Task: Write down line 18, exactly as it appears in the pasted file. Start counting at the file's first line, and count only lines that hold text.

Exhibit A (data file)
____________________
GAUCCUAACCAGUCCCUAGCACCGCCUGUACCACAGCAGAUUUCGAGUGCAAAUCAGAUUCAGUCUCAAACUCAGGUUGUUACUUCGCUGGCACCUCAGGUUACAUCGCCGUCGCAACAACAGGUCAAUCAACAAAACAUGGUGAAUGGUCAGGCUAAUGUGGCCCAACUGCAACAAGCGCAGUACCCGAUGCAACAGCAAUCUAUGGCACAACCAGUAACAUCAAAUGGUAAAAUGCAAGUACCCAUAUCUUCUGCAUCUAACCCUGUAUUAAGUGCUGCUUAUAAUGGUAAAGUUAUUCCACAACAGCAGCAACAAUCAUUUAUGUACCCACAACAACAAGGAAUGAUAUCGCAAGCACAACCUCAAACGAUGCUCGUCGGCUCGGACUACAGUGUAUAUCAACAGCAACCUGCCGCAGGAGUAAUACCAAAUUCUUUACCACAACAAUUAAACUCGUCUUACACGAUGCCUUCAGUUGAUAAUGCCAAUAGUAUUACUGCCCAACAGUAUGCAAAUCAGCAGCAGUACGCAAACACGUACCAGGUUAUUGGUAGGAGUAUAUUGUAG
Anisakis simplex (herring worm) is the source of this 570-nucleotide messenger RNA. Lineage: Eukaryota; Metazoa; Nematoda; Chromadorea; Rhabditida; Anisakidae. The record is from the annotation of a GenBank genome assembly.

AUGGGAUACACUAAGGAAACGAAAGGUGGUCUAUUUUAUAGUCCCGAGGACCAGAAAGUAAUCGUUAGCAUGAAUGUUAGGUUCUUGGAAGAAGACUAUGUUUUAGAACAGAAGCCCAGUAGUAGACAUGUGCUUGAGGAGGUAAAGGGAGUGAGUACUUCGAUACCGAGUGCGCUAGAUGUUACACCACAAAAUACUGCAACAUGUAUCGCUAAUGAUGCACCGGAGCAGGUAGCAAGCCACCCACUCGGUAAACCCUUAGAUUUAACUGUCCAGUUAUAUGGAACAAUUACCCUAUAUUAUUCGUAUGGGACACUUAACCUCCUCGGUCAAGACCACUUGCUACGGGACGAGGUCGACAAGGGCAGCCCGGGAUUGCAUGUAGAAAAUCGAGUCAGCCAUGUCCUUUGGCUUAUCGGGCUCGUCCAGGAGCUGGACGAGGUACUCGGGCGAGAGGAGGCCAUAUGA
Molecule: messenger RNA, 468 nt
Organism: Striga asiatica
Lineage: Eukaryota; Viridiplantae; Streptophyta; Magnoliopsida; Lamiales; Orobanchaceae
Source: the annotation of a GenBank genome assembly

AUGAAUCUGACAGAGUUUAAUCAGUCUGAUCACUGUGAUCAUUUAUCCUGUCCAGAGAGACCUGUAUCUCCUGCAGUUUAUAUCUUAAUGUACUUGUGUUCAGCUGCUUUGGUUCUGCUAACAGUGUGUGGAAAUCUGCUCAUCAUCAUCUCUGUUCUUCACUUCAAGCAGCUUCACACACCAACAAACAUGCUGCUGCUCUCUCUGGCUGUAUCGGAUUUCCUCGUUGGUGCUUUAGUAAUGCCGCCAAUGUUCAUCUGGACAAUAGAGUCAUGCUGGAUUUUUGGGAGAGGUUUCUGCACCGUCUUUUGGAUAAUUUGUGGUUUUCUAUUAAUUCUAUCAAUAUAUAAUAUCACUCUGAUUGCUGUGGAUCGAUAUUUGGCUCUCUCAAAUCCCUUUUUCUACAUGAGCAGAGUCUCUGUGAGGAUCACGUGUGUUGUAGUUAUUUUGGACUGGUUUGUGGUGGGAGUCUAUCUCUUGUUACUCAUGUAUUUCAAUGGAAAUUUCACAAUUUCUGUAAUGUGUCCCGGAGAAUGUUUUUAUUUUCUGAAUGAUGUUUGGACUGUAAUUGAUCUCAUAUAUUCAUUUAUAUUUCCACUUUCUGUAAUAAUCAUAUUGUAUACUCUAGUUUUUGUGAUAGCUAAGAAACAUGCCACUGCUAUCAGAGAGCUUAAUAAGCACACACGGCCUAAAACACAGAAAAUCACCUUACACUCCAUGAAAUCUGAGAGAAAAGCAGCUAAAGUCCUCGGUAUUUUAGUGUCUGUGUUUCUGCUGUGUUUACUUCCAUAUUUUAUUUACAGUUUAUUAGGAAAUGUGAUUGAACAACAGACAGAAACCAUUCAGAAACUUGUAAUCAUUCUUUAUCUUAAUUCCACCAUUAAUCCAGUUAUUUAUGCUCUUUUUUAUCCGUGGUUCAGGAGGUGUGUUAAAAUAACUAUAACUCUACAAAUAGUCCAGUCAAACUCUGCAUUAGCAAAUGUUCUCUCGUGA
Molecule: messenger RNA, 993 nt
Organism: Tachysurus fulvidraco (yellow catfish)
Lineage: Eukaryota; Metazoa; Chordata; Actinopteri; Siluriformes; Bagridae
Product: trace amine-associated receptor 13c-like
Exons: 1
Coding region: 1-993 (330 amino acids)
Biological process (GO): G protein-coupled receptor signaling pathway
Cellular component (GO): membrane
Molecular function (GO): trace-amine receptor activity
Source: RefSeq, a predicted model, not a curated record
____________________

Source: RefSeq, a predicted model, not a curated record